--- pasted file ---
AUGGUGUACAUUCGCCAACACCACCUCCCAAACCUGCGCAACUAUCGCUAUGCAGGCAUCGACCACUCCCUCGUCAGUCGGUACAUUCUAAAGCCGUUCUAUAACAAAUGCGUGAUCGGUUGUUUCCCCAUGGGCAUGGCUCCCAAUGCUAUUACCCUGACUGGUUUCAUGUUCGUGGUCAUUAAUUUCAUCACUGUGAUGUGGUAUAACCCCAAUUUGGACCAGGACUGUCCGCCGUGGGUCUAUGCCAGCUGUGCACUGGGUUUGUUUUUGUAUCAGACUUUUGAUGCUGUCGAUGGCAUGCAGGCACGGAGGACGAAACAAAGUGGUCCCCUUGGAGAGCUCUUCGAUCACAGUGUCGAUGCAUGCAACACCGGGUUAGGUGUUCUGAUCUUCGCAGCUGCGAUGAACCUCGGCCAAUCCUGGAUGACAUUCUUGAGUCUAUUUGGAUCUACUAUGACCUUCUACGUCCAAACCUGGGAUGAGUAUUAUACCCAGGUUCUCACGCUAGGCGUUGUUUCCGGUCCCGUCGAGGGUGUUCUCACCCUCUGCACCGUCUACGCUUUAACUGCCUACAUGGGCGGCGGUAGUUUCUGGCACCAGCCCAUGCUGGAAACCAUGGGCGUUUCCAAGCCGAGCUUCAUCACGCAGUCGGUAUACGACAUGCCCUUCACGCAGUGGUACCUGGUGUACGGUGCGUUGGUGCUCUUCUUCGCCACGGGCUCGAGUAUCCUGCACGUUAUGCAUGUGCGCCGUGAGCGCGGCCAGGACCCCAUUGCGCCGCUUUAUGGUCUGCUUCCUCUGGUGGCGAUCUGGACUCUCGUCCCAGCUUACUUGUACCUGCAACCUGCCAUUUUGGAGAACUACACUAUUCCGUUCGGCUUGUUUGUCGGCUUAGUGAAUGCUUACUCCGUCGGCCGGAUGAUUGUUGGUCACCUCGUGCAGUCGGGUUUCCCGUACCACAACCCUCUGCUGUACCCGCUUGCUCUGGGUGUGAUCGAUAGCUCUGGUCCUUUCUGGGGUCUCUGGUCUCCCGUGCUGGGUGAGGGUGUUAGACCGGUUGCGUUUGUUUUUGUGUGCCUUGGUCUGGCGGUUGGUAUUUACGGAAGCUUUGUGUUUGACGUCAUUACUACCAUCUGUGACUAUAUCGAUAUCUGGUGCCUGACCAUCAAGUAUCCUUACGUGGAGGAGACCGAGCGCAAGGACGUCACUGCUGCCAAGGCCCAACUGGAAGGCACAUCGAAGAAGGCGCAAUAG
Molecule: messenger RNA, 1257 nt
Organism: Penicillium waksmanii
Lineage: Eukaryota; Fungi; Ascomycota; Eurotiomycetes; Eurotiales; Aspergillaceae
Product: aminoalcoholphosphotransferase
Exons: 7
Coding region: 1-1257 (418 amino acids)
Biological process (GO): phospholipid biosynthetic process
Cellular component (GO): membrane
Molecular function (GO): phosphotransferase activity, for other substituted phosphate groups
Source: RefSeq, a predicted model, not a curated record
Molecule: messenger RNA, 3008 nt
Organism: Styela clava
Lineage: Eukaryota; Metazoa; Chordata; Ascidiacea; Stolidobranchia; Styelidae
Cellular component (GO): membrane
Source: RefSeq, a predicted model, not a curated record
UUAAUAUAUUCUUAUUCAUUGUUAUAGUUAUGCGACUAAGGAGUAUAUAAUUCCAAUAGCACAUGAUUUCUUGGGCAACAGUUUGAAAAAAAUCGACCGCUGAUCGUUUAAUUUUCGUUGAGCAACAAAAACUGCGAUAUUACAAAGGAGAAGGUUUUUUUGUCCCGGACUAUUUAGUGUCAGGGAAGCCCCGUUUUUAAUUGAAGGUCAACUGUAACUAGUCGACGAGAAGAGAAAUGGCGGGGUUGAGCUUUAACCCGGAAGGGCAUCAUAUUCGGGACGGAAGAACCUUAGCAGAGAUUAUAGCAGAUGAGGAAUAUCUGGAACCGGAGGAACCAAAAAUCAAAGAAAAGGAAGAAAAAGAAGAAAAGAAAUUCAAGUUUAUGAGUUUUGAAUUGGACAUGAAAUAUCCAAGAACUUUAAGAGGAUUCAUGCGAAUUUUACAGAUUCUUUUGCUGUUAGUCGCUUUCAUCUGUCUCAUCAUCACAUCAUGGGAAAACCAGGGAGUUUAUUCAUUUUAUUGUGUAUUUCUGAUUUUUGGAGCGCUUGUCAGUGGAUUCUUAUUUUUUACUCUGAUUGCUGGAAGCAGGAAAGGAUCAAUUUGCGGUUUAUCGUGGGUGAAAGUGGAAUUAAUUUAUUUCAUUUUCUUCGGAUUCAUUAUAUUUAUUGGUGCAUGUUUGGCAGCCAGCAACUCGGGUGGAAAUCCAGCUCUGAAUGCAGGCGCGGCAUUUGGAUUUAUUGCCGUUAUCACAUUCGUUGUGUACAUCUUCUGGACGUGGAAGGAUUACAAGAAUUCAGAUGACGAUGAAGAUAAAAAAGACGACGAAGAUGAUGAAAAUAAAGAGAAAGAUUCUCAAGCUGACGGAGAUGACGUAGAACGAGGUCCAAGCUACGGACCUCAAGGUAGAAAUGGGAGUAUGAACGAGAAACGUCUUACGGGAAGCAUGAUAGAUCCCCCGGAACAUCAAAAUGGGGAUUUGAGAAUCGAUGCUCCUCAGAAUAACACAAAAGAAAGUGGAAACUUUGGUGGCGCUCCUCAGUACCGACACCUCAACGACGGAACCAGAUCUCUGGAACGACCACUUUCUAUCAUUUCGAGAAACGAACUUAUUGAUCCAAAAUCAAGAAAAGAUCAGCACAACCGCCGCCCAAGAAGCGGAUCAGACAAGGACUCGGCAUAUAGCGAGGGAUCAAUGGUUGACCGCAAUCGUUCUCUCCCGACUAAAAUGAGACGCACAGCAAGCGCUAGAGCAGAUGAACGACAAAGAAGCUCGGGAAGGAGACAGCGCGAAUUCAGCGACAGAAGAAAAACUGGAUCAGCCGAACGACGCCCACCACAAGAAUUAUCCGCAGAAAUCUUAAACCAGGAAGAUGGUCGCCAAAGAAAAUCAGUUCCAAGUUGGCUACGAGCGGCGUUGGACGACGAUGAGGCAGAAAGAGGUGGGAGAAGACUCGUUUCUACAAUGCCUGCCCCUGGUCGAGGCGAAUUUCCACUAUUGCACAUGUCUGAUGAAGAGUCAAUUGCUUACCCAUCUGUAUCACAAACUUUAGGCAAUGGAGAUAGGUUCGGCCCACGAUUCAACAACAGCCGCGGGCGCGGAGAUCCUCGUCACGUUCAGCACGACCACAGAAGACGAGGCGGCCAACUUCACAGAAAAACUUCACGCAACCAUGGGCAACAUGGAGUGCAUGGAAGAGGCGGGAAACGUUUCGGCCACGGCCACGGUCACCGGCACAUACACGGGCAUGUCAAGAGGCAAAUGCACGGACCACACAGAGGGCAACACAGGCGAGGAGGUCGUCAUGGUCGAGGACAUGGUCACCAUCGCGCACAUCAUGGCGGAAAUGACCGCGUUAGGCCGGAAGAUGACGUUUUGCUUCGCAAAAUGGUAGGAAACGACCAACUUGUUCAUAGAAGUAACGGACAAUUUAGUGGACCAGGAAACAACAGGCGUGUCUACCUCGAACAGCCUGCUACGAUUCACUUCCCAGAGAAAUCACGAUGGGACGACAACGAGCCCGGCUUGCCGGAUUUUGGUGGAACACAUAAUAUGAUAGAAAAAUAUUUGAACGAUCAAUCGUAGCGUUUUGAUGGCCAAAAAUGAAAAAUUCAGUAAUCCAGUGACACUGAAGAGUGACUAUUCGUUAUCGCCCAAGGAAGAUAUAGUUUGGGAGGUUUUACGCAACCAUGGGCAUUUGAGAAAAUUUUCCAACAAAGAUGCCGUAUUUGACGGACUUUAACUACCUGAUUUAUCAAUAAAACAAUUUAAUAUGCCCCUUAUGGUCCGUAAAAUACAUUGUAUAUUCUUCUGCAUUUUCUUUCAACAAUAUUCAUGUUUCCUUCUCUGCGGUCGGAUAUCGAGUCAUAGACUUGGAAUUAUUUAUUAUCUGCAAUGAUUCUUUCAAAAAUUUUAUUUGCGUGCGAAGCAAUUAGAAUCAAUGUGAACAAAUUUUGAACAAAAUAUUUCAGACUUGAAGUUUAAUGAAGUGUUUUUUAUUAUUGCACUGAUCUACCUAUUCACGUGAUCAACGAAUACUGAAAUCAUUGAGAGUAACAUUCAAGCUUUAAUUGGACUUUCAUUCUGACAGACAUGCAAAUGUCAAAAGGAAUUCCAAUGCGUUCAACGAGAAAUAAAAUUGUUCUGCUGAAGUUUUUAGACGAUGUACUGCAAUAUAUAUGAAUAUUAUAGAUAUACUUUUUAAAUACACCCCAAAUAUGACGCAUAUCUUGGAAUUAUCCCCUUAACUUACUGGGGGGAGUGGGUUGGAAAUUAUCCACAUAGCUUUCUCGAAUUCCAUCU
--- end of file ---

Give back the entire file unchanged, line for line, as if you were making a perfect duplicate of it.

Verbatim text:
AUGGUGUACAUUCGCCAACACCACCUCCCAAACCUGCGCAACUAUCGCUAUGCAGGCAUCGACCACUCCCUCGUCAGUCGGUACAUUCUAAAGCCGUUCUAUAACAAAUGCGUGAUCGGUUGUUUCCCCAUGGGCAUGGCUCCCAAUGCUAUUACCCUGACUGGUUUCAUGUUCGUGGUCAUUAAUUUCAUCACUGUGAUGUGGUAUAACCCCAAUUUGGACCAGGACUGUCCGCCGUGGGUCUAUGCCAGCUGUGCACUGGGUUUGUUUUUGUAUCAGACUUUUGAUGCUGUCGAUGGCAUGCAGGCACGGAGGACGAAACAAAGUGGUCCCCUUGGAGAGCUCUUCGAUCACAGUGUCGAUGCAUGCAACACCGGGUUAGGUGUUCUGAUCUUCGCAGCUGCGAUGAACCUCGGCCAAUCCUGGAUGACAUUCUUGAGUCUAUUUGGAUCUACUAUGACCUUCUACGUCCAAACCUGGGAUGAGUAUUAUACCCAGGUUCUCACGCUAGGCGUUGUUUCCGGUCCCGUCGAGGGUGUUCUCACCCUCUGCACCGUCUACGCUUUAACUGCCUACAUGGGCGGCGGUAGUUUCUGGCACCAGCCCAUGCUGGAAACCAUGGGCGUUUCCAAGCCGAGCUUCAUCACGCAGUCGGUAUACGACAUGCCCUUCACGCAGUGGUACCUGGUGUACGGUGCGUUGGUGCUCUUCUUCGCCACGGGCUCGAGUAUCCUGCACGUUAUGCAUGUGCGCCGUGAGCGCGGCCAGGACCCCAUUGCGCCGCUUUAUGGUCUGCUUCCUCUGGUGGCGAUCUGGACUCUCGUCCCAGCUUACUUGUACCUGCAACCUGCCAUUUUGGAGAACUACACUAUUCCGUUCGGCUUGUUUGUCGGCUUAGUGAAUGCUUACUCCGUCGGCCGGAUGAUUGUUGGUCACCUCGUGCAGUCGGGUUUCCCGUACCACAACCCUCUGCUGUACCCGCUUGCUCUGGGUGUGAUCGAUAGCUCUGGUCCUUUCUGGGGUCUCUGGUCUCCCGUGCUGGGUGAGGGUGUUAGACCGGUUGCGUUUGUUUUUGUGUGCCUUGGUCUGGCGGUUGGUAUUUACGGAAGCUUUGUGUUUGACGUCAUUACUACCAUCUGUGACUAUAUCGAUAUCUGGUGCCUGACCAUCAAGUAUCCUUACGUGGAGGAGACCGAGCGCAAGGACGUCACUGCUGCCAAGGCCCAACUGGAAGGCACAUCGAAGAAGGCGCAAUAG
Molecule: messenger RNA, 1257 nt
Organism: Penicillium waksmanii
Lineage: Eukaryota; Fungi; Ascomycota; Eurotiomycetes; Eurotiales; Aspergillaceae
Product: aminoalcoholphosphotransferase
Exons: 7
Coding region: 1-1257 (418 amino acids)
Biological process (GO): phospholipid biosynthetic process
Cellular component (GO): membrane
Molecular function (GO): phosphotransferase activity, for other substituted phosphate groups
Source: RefSeq, a predicted model, not a curated record
Molecule: messenger RNA, 3008 nt
Organism: Styela clava
Lineage: Eukaryota; Metazoa; Chordata; Ascidiacea; Stolidobranchia; Styelidae
Cellular component (GO): membrane
Source: RefSeq, a predicted model, not a curated record
UUAAUAUAUUCUUAUUCAUUGUUAUAGUUAUGCGACUAAGGAGUAUAUAAUUCCAAUAGCACAUGAUUUCUUGGGCAACAGUUUGAAAAAAAUCGACCGCUGAUCGUUUAAUUUUCGUUGAGCAACAAAAACUGCGAUAUUACAAAGGAGAAGGUUUUUUUGUCCCGGACUAUUUAGUGUCAGGGAAGCCCCGUUUUUAAUUGAAGGUCAACUGUAACUAGUCGACGAGAAGAGAAAUGGCGGGGUUGAGCUUUAACCCGGAAGGGCAUCAUAUUCGGGACGGAAGAACCUUAGCAGAGAUUAUAGCAGAUGAGGAAUAUCUGGAACCGGAGGAACCAAAAAUCAAAGAAAAGGAAGAAAAAGAAGAAAAGAAAUUCAAGUUUAUGAGUUUUGAAUUGGACAUGAAAUAUCCAAGAACUUUAAGAGGAUUCAUGCGAAUUUUACAGAUUCUUUUGCUGUUAGUCGCUUUCAUCUGUCUCAUCAUCACAUCAUGGGAAAACCAGGGAGUUUAUUCAUUUUAUUGUGUAUUUCUGAUUUUUGGAGCGCUUGUCAGUGGAUUCUUAUUUUUUACUCUGAUUGCUGGAAGCAGGAAAGGAUCAAUUUGCGGUUUAUCGUGGGUGAAAGUGGAAUUAAUUUAUUUCAUUUUCUUCGGAUUCAUUAUAUUUAUUGGUGCAUGUUUGGCAGCCAGCAACUCGGGUGGAAAUCCAGCUCUGAAUGCAGGCGCGGCAUUUGGAUUUAUUGCCGUUAUCACAUUCGUUGUGUACAUCUUCUGGACGUGGAAGGAUUACAAGAAUUCAGAUGACGAUGAAGAUAAAAAAGACGACGAAGAUGAUGAAAAUAAAGAGAAAGAUUCUCAAGCUGACGGAGAUGACGUAGAACGAGGUCCAAGCUACGGACCUCAAGGUAGAAAUGGGAGUAUGAACGAGAAACGUCUUACGGGAAGCAUGAUAGAUCCCCCGGAACAUCAAAAUGGGGAUUUGAGAAUCGAUGCUCCUCAGAAUAACACAAAAGAAAGUGGAAACUUUGGUGGCGCUCCUCAGUACCGACACCUCAACGACGGAACCAGAUCUCUGGAACGACCACUUUCUAUCAUUUCGAGAAACGAACUUAUUGAUCCAAAAUCAAGAAAAGAUCAGCACAACCGCCGCCCAAGAAGCGGAUCAGACAAGGACUCGGCAUAUAGCGAGGGAUCAAUGGUUGACCGCAAUCGUUCUCUCCCGACUAAAAUGAGACGCACAGCAAGCGCUAGAGCAGAUGAACGACAAAGAAGCUCGGGAAGGAGACAGCGCGAAUUCAGCGACAGAAGAAAAACUGGAUCAGCCGAACGACGCCCACCACAAGAAUUAUCCGCAGAAAUCUUAAACCAGGAAGAUGGUCGCCAAAGAAAAUCAGUUCCAAGUUGGCUACGAGCGGCGUUGGACGACGAUGAGGCAGAAAGAGGUGGGAGAAGACUCGUUUCUACAAUGCCUGCCCCUGGUCGAGGCGAAUUUCCACUAUUGCACAUGUCUGAUGAAGAGUCAAUUGCUUACCCAUCUGUAUCACAAACUUUAGGCAAUGGAGAUAGGUUCGGCCCACGAUUCAACAACAGCCGCGGGCGCGGAGAUCCUCGUCACGUUCAGCACGACCACAGAAGACGAGGCGGCCAACUUCACAGAAAAACUUCACGCAACCAUGGGCAACAUGGAGUGCAUGGAAGAGGCGGGAAACGUUUCGGCCACGGCCACGGUCACCGGCACAUACACGGGCAUGUCAAGAGGCAAAUGCACGGACCACACAGAGGGCAACACAGGCGAGGAGGUCGUCAUGGUCGAGGACAUGGUCACCAUCGCGCACAUCAUGGCGGAAAUGACCGCGUUAGGCCGGAAGAUGACGUUUUGCUUCGCAAAAUGGUAGGAAACGACCAACUUGUUCAUAGAAGUAACGGACAAUUUAGUGGACCAGGAAACAACAGGCGUGUCUACCUCGAACAGCCUGCUACGAUUCACUUCCCAGAGAAAUCACGAUGGGACGACAACGAGCCCGGCUUGCCGGAUUUUGGUGGAACACAUAAUAUGAUAGAAAAAUAUUUGAACGAUCAAUCGUAGCGUUUUGAUGGCCAAAAAUGAAAAAUUCAGUAAUCCAGUGACACUGAAGAGUGACUAUUCGUUAUCGCCCAAGGAAGAUAUAGUUUGGGAGGUUUUACGCAACCAUGGGCAUUUGAGAAAAUUUUCCAACAAAGAUGCCGUAUUUGACGGACUUUAACUACCUGAUUUAUCAAUAAAACAAUUUAAUAUGCCCCUUAUGGUCCGUAAAAUACAUUGUAUAUUCUUCUGCAUUUUCUUUCAACAAUAUUCAUGUUUCCUUCUCUGCGGUCGGAUAUCGAGUCAUAGACUUGGAAUUAUUUAUUAUCUGCAAUGAUUCUUUCAAAAAUUUUAUUUGCGUGCGAAGCAAUUAGAAUCAAUGUGAACAAAUUUUGAACAAAAUAUUUCAGACUUGAAGUUUAAUGAAGUGUUUUUUAUUAUUGCACUGAUCUACCUAUUCACGUGAUCAACGAAUACUGAAAUCAUUGAGAGUAACAUUCAAGCUUUAAUUGGACUUUCAUUCUGACAGACAUGCAAAUGUCAAAAGGAAUUCCAAUGCGUUCAACGAGAAAUAAAAUUGUUCUGCUGAAGUUUUUAGACGAUGUACUGCAAUAUAUAUGAAUAUUAUAGAUAUACUUUUUAAAUACACCCCAAAUAUGACGCAUAUCUUGGAAUUAUCCCCUUAACUUACUGGGGGGAGUGGGUUGGAAAUUAUCCACAUAGCUUUCUCGAAUUCCAUCU